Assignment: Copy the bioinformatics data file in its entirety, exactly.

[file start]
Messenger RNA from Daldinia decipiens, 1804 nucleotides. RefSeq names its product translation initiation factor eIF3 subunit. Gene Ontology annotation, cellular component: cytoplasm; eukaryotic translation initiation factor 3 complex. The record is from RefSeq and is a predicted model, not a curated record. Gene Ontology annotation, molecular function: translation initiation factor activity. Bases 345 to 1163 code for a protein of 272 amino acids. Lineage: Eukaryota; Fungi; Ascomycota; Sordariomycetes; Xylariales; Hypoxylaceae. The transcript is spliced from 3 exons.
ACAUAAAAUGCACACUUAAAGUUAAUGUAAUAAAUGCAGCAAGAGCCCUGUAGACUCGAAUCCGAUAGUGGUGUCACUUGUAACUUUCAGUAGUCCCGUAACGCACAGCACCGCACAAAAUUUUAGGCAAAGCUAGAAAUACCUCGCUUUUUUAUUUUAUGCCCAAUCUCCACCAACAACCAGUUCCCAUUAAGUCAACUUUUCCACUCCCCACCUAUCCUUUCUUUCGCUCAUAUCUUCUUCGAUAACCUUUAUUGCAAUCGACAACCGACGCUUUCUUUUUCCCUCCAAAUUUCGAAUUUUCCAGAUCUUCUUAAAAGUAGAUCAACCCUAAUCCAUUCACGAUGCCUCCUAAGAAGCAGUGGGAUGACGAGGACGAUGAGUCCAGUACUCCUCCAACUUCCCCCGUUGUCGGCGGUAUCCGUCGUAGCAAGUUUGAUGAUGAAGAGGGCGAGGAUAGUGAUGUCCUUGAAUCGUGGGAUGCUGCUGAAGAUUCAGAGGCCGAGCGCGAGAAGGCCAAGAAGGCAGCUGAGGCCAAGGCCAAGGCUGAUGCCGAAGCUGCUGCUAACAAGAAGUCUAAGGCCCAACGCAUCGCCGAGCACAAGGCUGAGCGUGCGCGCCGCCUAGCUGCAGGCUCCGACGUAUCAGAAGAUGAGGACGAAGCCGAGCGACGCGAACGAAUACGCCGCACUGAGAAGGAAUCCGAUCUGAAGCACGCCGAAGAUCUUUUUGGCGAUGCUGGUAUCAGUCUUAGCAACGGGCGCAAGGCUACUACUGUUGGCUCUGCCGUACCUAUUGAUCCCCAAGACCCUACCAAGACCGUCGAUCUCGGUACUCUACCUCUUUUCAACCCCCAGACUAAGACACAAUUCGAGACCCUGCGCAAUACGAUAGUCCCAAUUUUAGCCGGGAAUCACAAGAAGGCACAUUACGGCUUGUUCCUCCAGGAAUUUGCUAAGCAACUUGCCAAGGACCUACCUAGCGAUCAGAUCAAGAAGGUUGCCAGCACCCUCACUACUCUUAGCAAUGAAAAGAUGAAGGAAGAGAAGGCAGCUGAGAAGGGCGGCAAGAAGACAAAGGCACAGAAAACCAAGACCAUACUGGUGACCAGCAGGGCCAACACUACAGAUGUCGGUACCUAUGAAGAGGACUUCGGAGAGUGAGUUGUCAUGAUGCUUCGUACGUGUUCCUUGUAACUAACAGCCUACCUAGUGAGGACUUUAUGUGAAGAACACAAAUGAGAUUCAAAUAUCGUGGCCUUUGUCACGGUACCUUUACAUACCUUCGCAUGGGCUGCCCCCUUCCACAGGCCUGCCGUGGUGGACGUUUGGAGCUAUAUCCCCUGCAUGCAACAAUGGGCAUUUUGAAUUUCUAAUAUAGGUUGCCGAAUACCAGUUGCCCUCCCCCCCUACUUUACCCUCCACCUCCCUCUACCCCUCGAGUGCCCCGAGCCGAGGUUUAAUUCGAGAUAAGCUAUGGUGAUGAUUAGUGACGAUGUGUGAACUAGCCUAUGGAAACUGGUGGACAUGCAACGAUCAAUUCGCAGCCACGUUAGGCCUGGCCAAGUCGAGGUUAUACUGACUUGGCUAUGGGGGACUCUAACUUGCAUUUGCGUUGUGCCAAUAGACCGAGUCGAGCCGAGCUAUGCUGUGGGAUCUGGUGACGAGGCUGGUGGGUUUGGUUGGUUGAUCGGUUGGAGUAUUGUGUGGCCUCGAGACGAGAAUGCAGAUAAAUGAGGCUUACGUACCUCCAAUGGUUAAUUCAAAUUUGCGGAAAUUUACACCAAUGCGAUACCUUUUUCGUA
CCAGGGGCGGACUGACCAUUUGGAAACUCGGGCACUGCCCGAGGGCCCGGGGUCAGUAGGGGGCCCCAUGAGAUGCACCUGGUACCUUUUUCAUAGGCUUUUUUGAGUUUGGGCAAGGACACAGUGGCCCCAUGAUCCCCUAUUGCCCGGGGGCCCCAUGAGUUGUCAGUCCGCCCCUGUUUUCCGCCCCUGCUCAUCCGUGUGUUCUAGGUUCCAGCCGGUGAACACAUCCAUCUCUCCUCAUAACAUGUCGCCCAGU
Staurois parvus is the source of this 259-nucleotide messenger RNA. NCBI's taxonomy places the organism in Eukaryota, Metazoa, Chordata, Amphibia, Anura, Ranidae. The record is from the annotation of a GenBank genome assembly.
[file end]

Messenger RNA from Daldinia decipiens, 1804 nucleotides. RefSeq names its product translation initiation factor eIF3 subunit. Gene Ontology annotation, cellular component: cytoplasm; eukaryotic translation initiation factor 3 complex. The record is from RefSeq and is a predicted model, not a curated record. Gene Ontology annotation, molecular function: translation initiation factor activity. Bases 345 to 1163 code for a protein of 272 amino acids. Lineage: Eukaryota; Fungi; Ascomycota; Sordariomycetes; Xylariales; Hypoxylaceae. The transcript is spliced from 3 exons.
ACAUAAAAUGCACACUUAAAGUUAAUGUAAUAAAUGCAGCAAGAGCCCUGUAGACUCGAAUCCGAUAGUGGUGUCACUUGUAACUUUCAGUAGUCCCGUAACGCACAGCACCGCACAAAAUUUUAGGCAAAGCUAGAAAUACCUCGCUUUUUUAUUUUAUGCCCAAUCUCCACCAACAACCAGUUCCCAUUAAGUCAACUUUUCCACUCCCCACCUAUCCUUUCUUUCGCUCAUAUCUUCUUCGAUAACCUUUAUUGCAAUCGACAACCGACGCUUUCUUUUUCCCUCCAAAUUUCGAAUUUUCCAGAUCUUCUUAAAAGUAGAUCAACCCUAAUCCAUUCACGAUGCCUCCUAAGAAGCAGUGGGAUGACGAGGACGAUGAGUCCAGUACUCCUCCAACUUCCCCCGUUGUCGGCGGUAUCCGUCGUAGCAAGUUUGAUGAUGAAGAGGGCGAGGAUAGUGAUGUCCUUGAAUCGUGGGAUGCUGCUGAAGAUUCAGAGGCCGAGCGCGAGAAGGCCAAGAAGGCAGCUGAGGCCAAGGCCAAGGCUGAUGCCGAAGCUGCUGCUAACAAGAAGUCUAAGGCCCAACGCAUCGCCGAGCACAAGGCUGAGCGUGCGCGCCGCCUAGCUGCAGGCUCCGACGUAUCAGAAGAUGAGGACGAAGCCGAGCGACGCGAACGAAUACGCCGCACUGAGAAGGAAUCCGAUCUGAAGCACGCCGAAGAUCUUUUUGGCGAUGCUGGUAUCAGUCUUAGCAACGGGCGCAAGGCUACUACUGUUGGCUCUGCCGUACCUAUUGAUCCCCAAGACCCUACCAAGACCGUCGAUCUCGGUACUCUACCUCUUUUCAACCCCCAGACUAAGACACAAUUCGAGACCCUGCGCAAUACGAUAGUCCCAAUUUUAGCCGGGAAUCACAAGAAGGCACAUUACGGCUUGUUCCUCCAGGAAUUUGCUAAGCAACUUGCCAAGGACCUACCUAGCGAUCAGAUCAAGAAGGUUGCCAGCACCCUCACUACUCUUAGCAAUGAAAAGAUGAAGGAAGAGAAGGCAGCUGAGAAGGGCGGCAAGAAGACAAAGGCACAGAAAACCAAGACCAUACUGGUGACCAGCAGGGCCAACACUACAGAUGUCGGUACCUAUGAAGAGGACUUCGGAGAGUGAGUUGUCAUGAUGCUUCGUACGUGUUCCUUGUAACUAACAGCCUACCUAGUGAGGACUUUAUGUGAAGAACACAAAUGAGAUUCAAAUAUCGUGGCCUUUGUCACGGUACCUUUACAUACCUUCGCAUGGGCUGCCCCCUUCCACAGGCCUGCCGUGGUGGACGUUUGGAGCUAUAUCCCCUGCAUGCAACAAUGGGCAUUUUGAAUUUCUAAUAUAGGUUGCCGAAUACCAGUUGCCCUCCCCCCCUACUUUACCCUCCACCUCCCUCUACCCCUCGAGUGCCCCGAGCCGAGGUUUAAUUCGAGAUAAGCUAUGGUGAUGAUUAGUGACGAUGUGUGAACUAGCCUAUGGAAACUGGUGGACAUGCAACGAUCAAUUCGCAGCCACGUUAGGCCUGGCCAAGUCGAGGUUAUACUGACUUGGCUAUGGGGGACUCUAACUUGCAUUUGCGUUGUGCCAAUAGACCGAGUCGAGCCGAGCUAUGCUGUGGGAUCUGGUGACGAGGCUGGUGGGUUUGGUUGGUUGAUCGGUUGGAGUAUUGUGUGGCCUCGAGACGAGAAUGCAGAUAAAUGAGGCUUACGUACCUCCAAUGGUUAAUUCAAAUUUGCGGAAAUUUACACCAAUGCGAUACCUUUUUCGUA
CCAGGGGCGGACUGACCAUUUGGAAACUCGGGCACUGCCCGAGGGCCCGGGGUCAGUAGGGGGCCCCAUGAGAUGCACCUGGUACCUUUUUCAUAGGCUUUUUUGAGUUUGGGCAAGGACACAGUGGCCCCAUGAUCCCCUAUUGCCCGGGGGCCCCAUGAGUUGUCAGUCCGCCCCUGUUUUCCGCCCCUGCUCAUCCGUGUGUUCUAGGUUCCAGCCGGUGAACACAUCCAUCUCUCCUCAUAACAUGUCGCCCAGU
Staurois parvus is the source of this 259-nucleotide messenger RNA. NCBI's taxonomy places the organism in Eukaryota, Metazoa, Chordata, Amphibia, Anura, Ranidae. The record is from the annotation of a GenBank genome assembly.